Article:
Using archive.org

This website is not merely a website archive (the Wayback Machine). In fact, that’s not its principal use. Archive.org contains all manner of media: in their own words, “a non-profit library of millions of free books, movies, software, music, websites, and more.” There are audiobooks, scanned print books, live music recordings, feature films, and countless other sorts of media I’ve yet to explore. Scroll down past the fold at the archive.org website to see the whole list pf categories.

There are two search fields:

  1. Wayback Machine (at the top of the page)
  2. General site search

Use the second field to search for any material on the site, including all those listed above. Below that search field, the various collections of the archive are linked.

I was put in mind of this by the mention of Stand on Zanzibar and The Sheep Look Up on the Welcome thread. Both books are available to borrow (for free!) at archive.org using the links above. A free account is required. In some cases, one can only borrow books for an hour but they may be renewed an arbitrary number of times. Books that can be borrowed for two weeks can also be downloaded as PDFs or EPUBs.

The particular copy linked above was held by the Boston Public Library (Copley Square).

Archive.org is not to be confused with archive.today. The former, based in the People’s Republic of San Francisco, has woke tendencies and has been known to censor items in the Wayback Machine. Archive.today has no such issues. The latter is also useful to access material behind paywalls, e.g., periodicals such as the WSJ and avoiding ads. Together with sci-hub, these three sites provide ready access to a wealth of intellectual material with unprecedented ease.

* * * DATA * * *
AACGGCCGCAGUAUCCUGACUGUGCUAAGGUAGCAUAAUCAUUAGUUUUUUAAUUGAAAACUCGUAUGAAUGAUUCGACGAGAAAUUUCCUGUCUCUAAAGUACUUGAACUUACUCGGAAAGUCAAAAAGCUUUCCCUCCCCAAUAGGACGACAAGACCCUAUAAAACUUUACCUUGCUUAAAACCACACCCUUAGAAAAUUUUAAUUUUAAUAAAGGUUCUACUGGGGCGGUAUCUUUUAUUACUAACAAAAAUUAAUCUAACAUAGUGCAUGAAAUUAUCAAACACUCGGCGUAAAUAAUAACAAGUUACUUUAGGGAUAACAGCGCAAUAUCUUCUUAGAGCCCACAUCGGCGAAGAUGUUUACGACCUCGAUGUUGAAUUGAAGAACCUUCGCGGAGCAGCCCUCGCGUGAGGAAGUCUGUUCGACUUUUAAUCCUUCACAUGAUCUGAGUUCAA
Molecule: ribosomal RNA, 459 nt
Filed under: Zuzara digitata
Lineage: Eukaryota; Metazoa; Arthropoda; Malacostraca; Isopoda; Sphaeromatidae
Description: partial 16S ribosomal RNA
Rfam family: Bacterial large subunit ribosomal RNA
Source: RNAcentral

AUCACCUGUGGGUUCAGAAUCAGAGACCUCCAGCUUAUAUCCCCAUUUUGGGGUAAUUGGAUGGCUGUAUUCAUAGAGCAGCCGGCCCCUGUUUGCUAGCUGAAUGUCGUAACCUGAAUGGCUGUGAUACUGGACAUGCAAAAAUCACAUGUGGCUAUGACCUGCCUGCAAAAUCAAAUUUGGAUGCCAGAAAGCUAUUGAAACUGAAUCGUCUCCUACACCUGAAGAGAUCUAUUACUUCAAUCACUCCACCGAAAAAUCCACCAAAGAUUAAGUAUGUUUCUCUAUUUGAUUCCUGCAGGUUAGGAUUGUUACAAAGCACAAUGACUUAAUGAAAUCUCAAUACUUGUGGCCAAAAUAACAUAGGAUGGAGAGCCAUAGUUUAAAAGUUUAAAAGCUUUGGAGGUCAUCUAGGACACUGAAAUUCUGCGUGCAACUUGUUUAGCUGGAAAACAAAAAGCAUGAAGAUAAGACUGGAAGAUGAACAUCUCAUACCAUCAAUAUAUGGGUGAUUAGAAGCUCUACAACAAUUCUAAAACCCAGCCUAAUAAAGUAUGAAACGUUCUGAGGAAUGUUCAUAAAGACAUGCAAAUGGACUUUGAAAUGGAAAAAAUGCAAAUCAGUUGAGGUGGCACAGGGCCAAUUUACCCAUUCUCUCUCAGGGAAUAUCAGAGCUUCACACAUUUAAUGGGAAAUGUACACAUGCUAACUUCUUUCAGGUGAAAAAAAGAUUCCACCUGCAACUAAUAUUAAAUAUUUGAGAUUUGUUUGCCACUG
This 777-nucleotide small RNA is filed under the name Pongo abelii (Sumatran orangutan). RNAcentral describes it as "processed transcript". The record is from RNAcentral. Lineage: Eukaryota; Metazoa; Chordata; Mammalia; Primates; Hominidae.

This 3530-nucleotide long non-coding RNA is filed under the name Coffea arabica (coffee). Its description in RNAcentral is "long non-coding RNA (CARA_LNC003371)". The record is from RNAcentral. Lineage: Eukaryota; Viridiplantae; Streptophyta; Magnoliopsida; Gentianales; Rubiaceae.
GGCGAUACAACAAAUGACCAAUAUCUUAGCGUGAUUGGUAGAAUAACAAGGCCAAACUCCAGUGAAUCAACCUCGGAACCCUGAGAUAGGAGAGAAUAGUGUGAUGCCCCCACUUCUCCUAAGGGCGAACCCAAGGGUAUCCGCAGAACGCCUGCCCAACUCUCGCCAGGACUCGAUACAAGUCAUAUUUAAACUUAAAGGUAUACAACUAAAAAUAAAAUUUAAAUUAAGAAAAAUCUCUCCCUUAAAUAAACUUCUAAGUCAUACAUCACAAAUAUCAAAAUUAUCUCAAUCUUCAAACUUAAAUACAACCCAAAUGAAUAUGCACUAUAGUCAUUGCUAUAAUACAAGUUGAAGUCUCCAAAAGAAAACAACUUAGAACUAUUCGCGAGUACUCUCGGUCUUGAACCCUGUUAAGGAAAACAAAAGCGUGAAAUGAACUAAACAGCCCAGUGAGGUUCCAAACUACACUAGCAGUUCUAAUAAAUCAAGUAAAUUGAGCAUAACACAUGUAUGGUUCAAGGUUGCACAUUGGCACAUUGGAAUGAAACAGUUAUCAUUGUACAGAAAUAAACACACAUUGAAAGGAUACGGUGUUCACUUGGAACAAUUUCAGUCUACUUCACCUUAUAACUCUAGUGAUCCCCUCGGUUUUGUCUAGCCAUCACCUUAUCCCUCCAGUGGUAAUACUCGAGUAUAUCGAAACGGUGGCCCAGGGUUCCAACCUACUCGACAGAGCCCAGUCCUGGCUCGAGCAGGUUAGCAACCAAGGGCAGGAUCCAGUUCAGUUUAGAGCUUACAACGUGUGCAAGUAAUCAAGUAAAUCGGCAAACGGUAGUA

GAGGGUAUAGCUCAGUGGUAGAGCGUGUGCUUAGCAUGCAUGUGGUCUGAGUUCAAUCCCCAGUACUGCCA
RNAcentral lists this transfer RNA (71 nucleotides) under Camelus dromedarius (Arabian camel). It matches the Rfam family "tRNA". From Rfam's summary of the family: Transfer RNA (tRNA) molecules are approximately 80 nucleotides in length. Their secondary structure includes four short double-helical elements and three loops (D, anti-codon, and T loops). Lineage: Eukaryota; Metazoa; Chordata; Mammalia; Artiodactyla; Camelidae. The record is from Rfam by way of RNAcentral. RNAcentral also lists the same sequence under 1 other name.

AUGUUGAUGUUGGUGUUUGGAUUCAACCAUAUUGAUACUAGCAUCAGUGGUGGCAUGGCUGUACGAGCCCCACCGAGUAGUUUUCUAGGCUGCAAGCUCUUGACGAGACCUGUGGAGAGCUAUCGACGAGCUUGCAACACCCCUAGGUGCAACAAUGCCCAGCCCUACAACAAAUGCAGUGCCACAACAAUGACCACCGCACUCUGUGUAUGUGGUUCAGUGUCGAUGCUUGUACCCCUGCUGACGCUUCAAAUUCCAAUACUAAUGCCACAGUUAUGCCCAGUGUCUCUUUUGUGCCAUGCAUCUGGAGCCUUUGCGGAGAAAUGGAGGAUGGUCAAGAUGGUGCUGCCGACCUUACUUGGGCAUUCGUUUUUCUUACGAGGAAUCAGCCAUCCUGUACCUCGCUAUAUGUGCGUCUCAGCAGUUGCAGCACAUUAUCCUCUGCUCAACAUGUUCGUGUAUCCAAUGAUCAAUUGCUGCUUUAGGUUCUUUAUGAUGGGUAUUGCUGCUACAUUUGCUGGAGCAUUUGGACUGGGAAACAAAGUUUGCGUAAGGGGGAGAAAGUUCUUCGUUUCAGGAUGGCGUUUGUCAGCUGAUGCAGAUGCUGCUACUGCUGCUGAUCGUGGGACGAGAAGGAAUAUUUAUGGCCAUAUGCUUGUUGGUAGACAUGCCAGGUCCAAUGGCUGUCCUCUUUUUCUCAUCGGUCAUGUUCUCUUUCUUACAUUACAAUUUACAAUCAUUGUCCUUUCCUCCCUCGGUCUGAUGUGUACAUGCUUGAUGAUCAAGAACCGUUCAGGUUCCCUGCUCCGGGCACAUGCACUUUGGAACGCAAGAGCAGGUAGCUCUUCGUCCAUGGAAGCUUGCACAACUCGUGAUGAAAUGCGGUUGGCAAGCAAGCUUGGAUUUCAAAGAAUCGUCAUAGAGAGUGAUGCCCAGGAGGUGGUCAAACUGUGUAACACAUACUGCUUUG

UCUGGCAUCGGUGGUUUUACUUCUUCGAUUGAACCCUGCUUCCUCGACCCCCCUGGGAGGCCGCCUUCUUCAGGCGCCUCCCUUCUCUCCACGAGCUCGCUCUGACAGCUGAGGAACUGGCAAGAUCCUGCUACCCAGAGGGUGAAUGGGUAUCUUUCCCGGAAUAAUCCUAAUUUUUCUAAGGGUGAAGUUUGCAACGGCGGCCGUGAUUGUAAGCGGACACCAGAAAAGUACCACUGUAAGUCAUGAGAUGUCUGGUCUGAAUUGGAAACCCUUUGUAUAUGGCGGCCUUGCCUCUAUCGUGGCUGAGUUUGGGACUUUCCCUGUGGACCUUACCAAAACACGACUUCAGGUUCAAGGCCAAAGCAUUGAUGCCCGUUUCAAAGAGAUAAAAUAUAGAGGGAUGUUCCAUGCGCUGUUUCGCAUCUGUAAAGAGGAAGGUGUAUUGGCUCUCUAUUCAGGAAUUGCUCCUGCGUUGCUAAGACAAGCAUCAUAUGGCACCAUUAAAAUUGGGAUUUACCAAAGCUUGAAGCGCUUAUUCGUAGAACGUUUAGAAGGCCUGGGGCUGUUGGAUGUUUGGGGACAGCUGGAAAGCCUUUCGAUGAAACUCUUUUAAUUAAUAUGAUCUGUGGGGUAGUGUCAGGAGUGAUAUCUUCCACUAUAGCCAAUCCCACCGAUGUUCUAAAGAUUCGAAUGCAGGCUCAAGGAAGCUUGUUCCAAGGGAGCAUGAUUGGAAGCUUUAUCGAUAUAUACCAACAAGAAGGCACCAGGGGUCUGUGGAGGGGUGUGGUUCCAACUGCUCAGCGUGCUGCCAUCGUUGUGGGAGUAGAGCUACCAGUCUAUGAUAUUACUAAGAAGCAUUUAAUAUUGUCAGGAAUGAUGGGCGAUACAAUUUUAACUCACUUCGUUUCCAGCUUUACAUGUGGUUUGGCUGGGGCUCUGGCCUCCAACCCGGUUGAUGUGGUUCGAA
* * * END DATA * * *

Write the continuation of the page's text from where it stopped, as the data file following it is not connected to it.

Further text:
More details on how the Archive library works on this page, including a rather slow-paced video:

Happy reading.

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Thank you for posting this. Archive.org is a tremendously valuable resource, and can be used in some non-obvious ways. For example, if you are willing to contribute content you develop to the public domain under their license, it can be used as a site to host images and videos too large or expensive to host on your own site or you’re worried about disappearing when your hosting site expires or you do.

For example, back in 2006 when bandwidth to my site was near the limit and I wanted to make the video of my timeless classic about residential construction in Switzerland, «Les Quatre Saisons: Lignières 2005–2006», available, I uploaded the video file as a public domain contribution to archive.org and simply linked to it from my site. You can still view it there, although the quality is modest compared to what we’ve become accustomed to in the age of extravagant computation and wretched excess in storage. The Internet Archive is also an excellent place to immortalise any historical data you’ve painfully clawed into digital form, whether old books, scanned historical documents, or music from Edison cylinders you found in grandma’s barn.